She actually said those words.

Those words, Senator?

You actually invoked the nightmare of political assassination?

You actually invoked the specter of an inspirational leader, at the seeming moment of triumph for himself and a battered nation yearning to breathe free, silenced forever?

You actually used the word "assassination" in the middle of a campaign with a loud undertone of racial hatred—and gender hatred—and political hatred?

You actually used the word "assassination" in a time when there is a fear, unspoken but vivid and terrible, that our again-troubled land and fractured political landscape might target a black man running for president?

Or a white man.

Or a white woman!

You actually used those words, in this America, Senator, while running against an African-American man against whom the death threats started the moment he declared his campaign?

You actually used those words, in this America, Senator, while running to break your "greatest glass ceiling" and claiming there are people who would do anything to stop you?


Senator—never mind the implications of using the word "assassination" in any connection to Senator Obama!

What about you?

You cannot say this!

As noted, Keith-O was taking it hard. And one main point seemed fairly clear—you must never say “assassination” in the middle of a campaign with a loud undertone of racial and gender hatred! In a time when there is a fear, unspoken but vivid and terrible, that our again-troubled land and fractured political landscape might target a black man running for president—or a white woman! “You cannot say this,” the thespian said. And this: “You actually used the word ‘assassination,” he thundered at Clinton, two separate times. “You actually invoked the nightmare of political assassination?” the great man said, dumbfounded.

Needless to say, this made us think that we might want to check Keith-O’s past use of this term.

Did we find Keith-O doing something wrong in the past? No, not really—unless you actually believe the high principles he poured out Friday night.

As noted, Keith-O didn’t get upset last March when Clinton made her first reference to Kennedy’s death. As a matter of fact, Keith-O seemed to be kicking himself in his “Special Comment” for failing to speak up back then. (“In retrospect, we failed her when we did not call her out, for that remark, dry and only disturbing, inside the pages of a magazine.”) Why, the poor guy was writhing like the hero of one of Bergman’s most tormented tales. But uh-oh! As it turned out, Keith-O had used a bad word himself, back in those days of early March! Yep! Keith-O had “invoked the nightmare of political assassination” too, while criticizing Bill O’Reilly.

No. There’s nothing especially wrong with what we show you here—unless you believe the high-minded principle Keith-O was pimping last Friday. Here is Olbermann, early in March, casually evoking Clinton’s assassination:

OLBERMANN (3/3/08): First, our number two story, Countdown’s Worst Persons in the World.The bronze to Bill-O. First, he compares to the Nazis. Then when a family member of a holocaust victims writes to him, quote, the meaning of their deaths means more than a comparison to a meaningless blog, O’Reilly says he is wrong. Quote, there is no difference between Arianna Huffington and Joseph Goebbels, because a message of hate was posted about Nancy Reagan on and then removed. Again, this is Bill O’Reilly, whose personal website had a post about assassinating Hillary Clinton.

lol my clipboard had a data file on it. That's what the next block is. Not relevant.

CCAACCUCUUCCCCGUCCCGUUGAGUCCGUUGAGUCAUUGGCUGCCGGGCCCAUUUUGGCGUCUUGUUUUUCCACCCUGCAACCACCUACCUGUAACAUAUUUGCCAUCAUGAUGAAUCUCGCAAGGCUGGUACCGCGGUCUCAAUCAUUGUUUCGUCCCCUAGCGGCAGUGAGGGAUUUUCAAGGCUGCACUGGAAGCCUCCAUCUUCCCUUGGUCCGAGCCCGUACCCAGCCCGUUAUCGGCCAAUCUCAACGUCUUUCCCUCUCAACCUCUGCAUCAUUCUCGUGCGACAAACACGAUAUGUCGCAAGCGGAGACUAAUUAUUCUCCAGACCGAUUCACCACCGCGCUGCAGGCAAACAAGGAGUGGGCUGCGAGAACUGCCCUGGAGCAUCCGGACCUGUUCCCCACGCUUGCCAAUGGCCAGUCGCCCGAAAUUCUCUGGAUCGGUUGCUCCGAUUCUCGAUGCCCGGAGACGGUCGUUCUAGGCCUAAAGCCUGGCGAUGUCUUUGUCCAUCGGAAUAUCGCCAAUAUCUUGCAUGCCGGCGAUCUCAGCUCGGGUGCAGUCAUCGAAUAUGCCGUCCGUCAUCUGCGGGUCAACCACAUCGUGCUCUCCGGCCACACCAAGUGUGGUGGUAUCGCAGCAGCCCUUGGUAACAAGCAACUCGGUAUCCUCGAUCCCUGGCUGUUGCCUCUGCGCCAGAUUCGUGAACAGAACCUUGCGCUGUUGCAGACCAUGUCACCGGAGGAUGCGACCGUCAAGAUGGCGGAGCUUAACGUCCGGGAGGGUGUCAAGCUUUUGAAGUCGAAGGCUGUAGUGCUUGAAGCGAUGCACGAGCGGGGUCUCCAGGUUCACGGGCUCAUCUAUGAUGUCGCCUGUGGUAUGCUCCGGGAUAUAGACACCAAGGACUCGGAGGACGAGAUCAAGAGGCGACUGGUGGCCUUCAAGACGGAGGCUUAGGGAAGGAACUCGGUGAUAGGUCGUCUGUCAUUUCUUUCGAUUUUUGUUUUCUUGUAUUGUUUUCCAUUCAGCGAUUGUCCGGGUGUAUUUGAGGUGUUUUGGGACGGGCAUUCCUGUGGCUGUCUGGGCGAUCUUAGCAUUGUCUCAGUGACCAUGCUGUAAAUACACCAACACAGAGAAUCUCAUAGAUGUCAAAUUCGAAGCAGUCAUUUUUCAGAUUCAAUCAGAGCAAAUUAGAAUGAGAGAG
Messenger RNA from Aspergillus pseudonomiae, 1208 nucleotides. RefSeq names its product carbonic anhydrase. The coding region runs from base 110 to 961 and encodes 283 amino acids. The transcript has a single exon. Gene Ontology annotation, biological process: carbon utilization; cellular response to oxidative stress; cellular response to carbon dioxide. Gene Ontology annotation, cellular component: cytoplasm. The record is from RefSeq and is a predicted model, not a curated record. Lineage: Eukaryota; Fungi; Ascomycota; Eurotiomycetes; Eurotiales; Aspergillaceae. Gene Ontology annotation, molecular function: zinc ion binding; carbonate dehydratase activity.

Was something wrong with that? We’d say no. But then, we didn’t burst blood vessels last Friday night, mischaracterizing what Clinton had said and adumbrating a lofty, high principle about what was so wrong with her statement! Yes, O’Reilly’s attacks on the Huffington Post were over-the-top, crackpot, crazy. But whatever happened to all that fine talk about never invoking assassination? Keith-O casually did so on March 3—casually mentioning an actual candidate, not someone who died in 1968. Four days later, he did it again!

OLBERMANN (3/7/08): The runner up, Bill-O. Doing his third segment about and how it’s just like the Nazis. So far, none of his own guests have even agreed with him. There is paint from top to bottom on that site. There’s defamation. It’s irresponsible that he traffics in that. Once again, the Frank Burns of news forgot to mention that last year his personal website featured posts about assassinating Hillary Clinton and/or staging an armed uprising if she can be elected.

Now he was invoking armed uprisings too! At least, that broke no rules.

Let’s be clear: In our view, there was nothing especially wrong with that either. For that reason, no one said boo about what Keith-O had said—just as no one said boo about Clinton’s comment in March to Rick Stengel, the comment which had appeared on Time’s web site one day before Keith-O’s second invocation of Clinton’s “assassination.” No one said boo about what Keith-O said because there was nothing really wrong with it; but then, no one said boo about Clinton’s remark the day before for the exact same reason. But last Friday night, Keith-O was voicing a deeply felt principle, much as Krauthammer did five nights later—and he did this even as he grossly mischaracterized what Clinton had actually said. “Do you really believe she meant that?” Matthews would say. “I don’t. Nobody would say that.” But somebody had raced onto NBC’s air to claim that Hillary Clinton had said it, and the sheer banality of his “reading” shows us the way that banal minds can sometimes end up serving evil.

TOMORROW—PART 4: Can your culture survive?